When you’ve been reporting on a subject for a long time, you can feel when the winds are beginning to shift, and in 2018 it’s started to feel like game studios are actually having serious conversations about crunch. This week alone we have significant examples from two of the biggest publishers around.
Crunch, or extended, usually unpaid overtime, has been an epidemic in the video game industry since the video game industry started. Although it’s often thought of as a final burst period in the last weeks of a game’s development, that’s misleading.
Game developers can crunch for all sorts of milestones and all sorts of reasons. Crunch can happen any time during a project, not just at the end.
Conversations surrounding crunch culture at Rockstar Games over the past few days have led other big game studios to speak out about the practice, and there are two new reports worth reading.
Yesterday, the website Gamesindustry.biz published a guest editorial from Matt Webster, the GM of Criterion (Need For Speed, Burnout). It condemns crunch and details ways in which he says his studio has worked to avoid it.
“There’s a mistake somewhere in the concept of ‘passion’ equalling time spent in the office,” he wrote. “You can come into work and put in eight ‘passionate’ hours or 12 ‘unpassionate’ hours. Time does not equal passion.”
Overnight, a new Gamasutra interview with the makers of Assassin’s Creed Odyssey also talks crunch, which the developers at Ubisoft’s Quebec studio say they’ve been trying to avoid.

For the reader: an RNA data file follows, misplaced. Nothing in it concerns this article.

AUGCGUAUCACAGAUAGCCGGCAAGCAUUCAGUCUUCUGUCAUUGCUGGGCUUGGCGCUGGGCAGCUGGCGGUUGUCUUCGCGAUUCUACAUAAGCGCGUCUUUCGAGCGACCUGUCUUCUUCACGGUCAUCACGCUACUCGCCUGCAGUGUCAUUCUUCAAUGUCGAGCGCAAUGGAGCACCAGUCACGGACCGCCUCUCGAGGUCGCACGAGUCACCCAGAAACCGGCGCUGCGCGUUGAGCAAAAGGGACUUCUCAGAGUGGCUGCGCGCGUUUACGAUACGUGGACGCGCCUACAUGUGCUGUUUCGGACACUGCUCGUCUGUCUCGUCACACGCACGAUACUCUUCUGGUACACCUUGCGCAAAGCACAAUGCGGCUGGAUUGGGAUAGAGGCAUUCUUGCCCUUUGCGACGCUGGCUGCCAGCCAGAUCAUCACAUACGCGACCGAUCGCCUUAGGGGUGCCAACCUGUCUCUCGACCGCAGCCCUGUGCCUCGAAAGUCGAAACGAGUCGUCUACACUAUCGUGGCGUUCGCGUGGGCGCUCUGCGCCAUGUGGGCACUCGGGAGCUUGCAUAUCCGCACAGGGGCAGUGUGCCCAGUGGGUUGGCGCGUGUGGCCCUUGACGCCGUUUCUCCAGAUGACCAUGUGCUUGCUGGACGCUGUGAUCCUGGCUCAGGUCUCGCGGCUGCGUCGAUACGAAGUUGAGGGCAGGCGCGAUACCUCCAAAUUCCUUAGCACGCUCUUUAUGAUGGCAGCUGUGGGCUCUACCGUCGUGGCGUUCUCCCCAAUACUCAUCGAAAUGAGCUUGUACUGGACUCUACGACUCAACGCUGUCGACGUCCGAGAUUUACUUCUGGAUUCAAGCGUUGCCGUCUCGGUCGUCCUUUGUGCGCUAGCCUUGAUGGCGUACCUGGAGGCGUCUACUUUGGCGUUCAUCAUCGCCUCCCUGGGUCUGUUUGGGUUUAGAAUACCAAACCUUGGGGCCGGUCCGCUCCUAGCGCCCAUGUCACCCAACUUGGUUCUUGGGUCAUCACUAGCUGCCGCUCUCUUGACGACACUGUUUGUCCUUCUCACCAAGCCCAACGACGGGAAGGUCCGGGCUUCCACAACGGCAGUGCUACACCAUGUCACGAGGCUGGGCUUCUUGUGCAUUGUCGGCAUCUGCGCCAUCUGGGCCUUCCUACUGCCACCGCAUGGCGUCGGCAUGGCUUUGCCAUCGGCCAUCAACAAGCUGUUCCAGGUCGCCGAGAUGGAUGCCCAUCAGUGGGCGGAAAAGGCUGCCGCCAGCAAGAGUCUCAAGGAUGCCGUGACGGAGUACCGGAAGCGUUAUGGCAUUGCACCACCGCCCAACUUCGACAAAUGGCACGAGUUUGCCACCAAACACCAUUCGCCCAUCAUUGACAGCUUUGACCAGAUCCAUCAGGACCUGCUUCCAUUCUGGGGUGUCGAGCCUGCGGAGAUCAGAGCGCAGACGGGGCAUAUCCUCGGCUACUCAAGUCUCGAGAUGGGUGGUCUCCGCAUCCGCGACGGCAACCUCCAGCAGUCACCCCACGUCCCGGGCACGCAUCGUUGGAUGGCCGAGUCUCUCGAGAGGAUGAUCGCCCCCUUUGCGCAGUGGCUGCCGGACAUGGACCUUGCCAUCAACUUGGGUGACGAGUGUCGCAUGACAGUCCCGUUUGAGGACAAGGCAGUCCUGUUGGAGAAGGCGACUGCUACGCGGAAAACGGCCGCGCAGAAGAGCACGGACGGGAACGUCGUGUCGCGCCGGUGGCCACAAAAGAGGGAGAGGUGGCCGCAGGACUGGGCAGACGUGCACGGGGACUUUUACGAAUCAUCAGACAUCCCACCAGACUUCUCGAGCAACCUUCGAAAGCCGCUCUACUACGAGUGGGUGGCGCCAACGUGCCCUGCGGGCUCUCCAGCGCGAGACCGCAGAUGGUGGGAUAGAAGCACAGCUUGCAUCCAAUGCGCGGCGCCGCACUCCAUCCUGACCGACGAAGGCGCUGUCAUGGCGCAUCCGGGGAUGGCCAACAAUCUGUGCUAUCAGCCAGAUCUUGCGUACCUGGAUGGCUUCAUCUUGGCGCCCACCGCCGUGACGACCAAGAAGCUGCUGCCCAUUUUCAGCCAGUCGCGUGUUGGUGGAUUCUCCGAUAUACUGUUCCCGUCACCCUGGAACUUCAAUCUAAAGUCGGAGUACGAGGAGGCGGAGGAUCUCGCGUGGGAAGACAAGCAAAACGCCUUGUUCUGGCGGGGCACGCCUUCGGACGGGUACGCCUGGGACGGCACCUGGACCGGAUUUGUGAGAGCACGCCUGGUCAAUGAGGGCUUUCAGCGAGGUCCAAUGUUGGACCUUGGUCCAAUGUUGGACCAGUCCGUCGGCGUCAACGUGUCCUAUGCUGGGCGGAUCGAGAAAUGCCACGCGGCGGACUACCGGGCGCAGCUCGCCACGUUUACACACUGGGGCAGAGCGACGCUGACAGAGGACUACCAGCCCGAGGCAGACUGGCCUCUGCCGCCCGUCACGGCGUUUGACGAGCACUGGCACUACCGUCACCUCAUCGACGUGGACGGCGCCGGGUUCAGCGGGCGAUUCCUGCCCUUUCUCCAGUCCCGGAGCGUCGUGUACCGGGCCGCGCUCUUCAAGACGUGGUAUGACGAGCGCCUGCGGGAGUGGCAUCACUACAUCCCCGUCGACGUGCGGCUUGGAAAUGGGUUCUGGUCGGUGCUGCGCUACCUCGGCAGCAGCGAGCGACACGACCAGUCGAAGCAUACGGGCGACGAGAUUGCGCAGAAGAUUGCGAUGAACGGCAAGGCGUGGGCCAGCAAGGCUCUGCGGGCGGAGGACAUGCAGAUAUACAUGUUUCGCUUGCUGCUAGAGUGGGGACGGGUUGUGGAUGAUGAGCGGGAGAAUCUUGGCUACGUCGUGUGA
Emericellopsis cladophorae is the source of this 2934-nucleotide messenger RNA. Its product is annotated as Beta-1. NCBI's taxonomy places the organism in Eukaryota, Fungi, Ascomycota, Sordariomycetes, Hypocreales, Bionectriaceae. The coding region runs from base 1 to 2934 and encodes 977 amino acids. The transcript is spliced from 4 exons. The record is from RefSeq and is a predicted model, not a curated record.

“I can tell you hand on heart that [Assassin’s Creed Odyssey] hasn’t required a massive crunch, like maybe some of the triple-As from five or ten years ago,” said the studio’s managing director, Patrick Klaus.
“We can still always do better, but we have managed pretty well to succeed in delivering a game of huge magnitude which is hitting a good quality [level], while making sure that our teams are not burnt out and disgusted with working in games.”
The conversation around crunch has changed in significant ways over the past few years, and it’s no longer become a subject reserved for GDC bars and glorified tales from the trenches.
Now, finally, it seems like top people at game studios are talking about crunch in a way that might lead to serious change. Maybe there’s hope for video games after all?